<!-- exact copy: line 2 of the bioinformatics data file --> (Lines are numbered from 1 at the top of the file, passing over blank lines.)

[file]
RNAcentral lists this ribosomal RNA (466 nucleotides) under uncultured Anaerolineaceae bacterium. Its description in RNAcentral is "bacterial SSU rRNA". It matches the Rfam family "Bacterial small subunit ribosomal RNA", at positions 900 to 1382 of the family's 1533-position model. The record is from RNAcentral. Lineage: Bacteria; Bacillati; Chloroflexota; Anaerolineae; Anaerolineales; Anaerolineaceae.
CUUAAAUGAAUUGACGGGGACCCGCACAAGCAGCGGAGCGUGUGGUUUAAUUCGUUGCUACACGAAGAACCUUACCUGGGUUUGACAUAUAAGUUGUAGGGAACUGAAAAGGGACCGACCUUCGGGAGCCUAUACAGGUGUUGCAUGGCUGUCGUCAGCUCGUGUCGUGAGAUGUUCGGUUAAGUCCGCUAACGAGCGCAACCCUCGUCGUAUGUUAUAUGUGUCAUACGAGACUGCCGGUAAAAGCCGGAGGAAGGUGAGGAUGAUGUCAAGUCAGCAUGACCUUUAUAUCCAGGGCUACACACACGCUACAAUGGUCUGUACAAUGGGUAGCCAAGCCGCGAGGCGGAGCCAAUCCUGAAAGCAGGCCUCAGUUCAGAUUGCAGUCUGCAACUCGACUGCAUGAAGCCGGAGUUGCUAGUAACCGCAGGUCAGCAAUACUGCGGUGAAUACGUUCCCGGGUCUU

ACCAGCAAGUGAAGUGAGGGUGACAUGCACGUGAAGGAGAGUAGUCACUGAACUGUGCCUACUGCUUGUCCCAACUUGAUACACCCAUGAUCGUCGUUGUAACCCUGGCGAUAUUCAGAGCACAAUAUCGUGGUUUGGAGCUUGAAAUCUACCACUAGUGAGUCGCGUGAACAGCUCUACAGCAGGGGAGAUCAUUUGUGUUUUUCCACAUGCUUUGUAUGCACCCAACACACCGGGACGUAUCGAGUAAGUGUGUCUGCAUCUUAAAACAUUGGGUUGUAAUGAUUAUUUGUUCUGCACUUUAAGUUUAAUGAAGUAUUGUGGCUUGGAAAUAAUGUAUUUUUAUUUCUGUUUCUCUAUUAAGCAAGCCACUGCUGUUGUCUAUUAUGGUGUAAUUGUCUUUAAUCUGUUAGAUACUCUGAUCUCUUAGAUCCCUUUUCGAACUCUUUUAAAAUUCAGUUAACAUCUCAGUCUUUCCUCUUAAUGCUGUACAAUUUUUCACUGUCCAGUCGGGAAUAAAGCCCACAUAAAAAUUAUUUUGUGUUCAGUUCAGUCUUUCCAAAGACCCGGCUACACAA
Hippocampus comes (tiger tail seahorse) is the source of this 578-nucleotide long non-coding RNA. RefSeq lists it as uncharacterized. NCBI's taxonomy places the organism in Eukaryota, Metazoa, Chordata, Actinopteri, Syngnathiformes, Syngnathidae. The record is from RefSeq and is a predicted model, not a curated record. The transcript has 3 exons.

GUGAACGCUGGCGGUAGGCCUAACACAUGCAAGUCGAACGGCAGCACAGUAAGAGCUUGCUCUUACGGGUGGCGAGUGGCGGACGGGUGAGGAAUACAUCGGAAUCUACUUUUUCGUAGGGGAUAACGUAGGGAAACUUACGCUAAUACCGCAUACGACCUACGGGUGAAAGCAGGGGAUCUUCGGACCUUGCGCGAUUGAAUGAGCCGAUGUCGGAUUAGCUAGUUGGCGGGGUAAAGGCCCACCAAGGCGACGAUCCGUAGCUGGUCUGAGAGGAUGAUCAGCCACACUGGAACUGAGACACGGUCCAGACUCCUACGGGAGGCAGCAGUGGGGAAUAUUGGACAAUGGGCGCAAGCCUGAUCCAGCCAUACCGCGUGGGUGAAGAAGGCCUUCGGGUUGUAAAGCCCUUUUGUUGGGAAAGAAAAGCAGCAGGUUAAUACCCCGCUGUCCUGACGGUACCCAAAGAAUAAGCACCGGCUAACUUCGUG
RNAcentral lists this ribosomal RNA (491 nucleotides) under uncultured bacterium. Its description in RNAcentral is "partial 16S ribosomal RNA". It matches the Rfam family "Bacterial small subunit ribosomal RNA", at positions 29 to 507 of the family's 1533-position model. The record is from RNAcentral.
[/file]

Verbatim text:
CUUAAAUGAAUUGACGGGGACCCGCACAAGCAGCGGAGCGUGUGGUUUAAUUCGUUGCUACACGAAGAACCUUACCUGGGUUUGACAUAUAAGUUGUAGGGAACUGAAAAGGGACCGACCUUCGGGAGCCUAUACAGGUGUUGCAUGGCUGUCGUCAGCUCGUGUCGUGAGAUGUUCGGUUAAGUCCGCUAACGAGCGCAACCCUCGUCGUAUGUUAUAUGUGUCAUACGAGACUGCCGGUAAAAGCCGGAGGAAGGUGAGGAUGAUGUCAAGUCAGCAUGACCUUUAUAUCCAGGGCUACACACACGCUACAAUGGUCUGUACAAUGGGUAGCCAAGCCGCGAGGCGGAGCCAAUCCUGAAAGCAGGCCUCAGUUCAGAUUGCAGUCUGCAACUCGACUGCAUGAAGCCGGAGUUGCUAGUAACCGCAGGUCAGCAAUACUGCGGUGAAUACGUUCCCGGGUCUU